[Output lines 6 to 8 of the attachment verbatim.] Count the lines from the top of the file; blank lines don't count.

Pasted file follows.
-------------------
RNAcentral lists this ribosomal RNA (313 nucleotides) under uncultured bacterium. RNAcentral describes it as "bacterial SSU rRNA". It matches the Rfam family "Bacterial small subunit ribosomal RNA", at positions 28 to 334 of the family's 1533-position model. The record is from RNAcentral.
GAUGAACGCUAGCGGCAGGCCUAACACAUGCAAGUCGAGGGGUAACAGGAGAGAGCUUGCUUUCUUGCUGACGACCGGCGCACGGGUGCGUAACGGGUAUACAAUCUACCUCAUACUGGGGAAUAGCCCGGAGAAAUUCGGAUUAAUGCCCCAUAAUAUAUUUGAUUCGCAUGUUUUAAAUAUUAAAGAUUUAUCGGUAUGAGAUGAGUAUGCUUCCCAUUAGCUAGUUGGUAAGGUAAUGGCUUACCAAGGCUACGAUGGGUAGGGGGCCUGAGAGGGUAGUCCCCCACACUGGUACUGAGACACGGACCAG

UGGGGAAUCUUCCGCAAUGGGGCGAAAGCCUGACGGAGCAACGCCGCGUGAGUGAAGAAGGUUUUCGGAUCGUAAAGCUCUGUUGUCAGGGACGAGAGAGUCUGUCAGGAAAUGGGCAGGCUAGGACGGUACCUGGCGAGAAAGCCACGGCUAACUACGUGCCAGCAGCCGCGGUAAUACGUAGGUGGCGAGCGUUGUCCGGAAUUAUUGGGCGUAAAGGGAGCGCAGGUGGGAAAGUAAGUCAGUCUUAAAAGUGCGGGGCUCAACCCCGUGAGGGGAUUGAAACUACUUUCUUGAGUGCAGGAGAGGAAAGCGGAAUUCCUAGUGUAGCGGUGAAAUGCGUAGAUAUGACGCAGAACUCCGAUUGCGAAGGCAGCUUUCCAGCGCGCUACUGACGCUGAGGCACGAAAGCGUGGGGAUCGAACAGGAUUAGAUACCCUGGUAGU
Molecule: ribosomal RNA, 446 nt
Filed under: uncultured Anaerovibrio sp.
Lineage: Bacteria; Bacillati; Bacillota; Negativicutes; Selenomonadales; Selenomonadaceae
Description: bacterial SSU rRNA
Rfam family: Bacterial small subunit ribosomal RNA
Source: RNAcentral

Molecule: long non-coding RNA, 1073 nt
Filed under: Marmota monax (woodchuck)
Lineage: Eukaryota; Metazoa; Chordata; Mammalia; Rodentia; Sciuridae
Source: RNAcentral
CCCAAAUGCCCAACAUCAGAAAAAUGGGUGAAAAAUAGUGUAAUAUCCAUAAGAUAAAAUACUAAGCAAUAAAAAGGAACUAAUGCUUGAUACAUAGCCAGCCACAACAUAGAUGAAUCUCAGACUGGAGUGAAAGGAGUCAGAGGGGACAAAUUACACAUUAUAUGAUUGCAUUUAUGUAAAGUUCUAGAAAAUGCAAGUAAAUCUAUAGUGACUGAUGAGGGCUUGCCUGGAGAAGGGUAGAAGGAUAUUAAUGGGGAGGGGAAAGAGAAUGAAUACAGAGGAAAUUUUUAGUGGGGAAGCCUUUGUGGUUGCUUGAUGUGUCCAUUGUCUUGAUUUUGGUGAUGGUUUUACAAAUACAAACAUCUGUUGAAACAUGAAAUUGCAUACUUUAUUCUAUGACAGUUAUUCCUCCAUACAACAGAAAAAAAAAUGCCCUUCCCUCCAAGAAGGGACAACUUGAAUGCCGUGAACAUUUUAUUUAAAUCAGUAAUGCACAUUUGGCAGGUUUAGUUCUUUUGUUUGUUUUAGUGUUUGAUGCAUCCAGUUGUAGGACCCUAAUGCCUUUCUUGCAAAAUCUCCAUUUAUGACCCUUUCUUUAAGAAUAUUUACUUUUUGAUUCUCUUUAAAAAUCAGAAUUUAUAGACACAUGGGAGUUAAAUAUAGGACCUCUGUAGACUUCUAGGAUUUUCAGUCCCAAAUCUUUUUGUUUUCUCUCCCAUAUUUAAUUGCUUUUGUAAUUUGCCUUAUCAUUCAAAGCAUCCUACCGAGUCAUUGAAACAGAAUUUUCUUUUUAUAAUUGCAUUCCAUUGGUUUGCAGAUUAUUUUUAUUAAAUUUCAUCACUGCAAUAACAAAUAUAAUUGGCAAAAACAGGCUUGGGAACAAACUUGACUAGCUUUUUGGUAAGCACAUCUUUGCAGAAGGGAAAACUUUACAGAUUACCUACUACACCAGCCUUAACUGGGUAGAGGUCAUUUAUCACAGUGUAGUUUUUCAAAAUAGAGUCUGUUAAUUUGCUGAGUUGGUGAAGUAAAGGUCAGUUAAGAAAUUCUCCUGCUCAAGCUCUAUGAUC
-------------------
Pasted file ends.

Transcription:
Lineage: Bacteria; Bacillati; Bacillota; Negativicutes; Selenomonadales; Selenomonadaceae
Description: bacterial SSU rRNA
Rfam family: Bacterial small subunit ribosomal RNA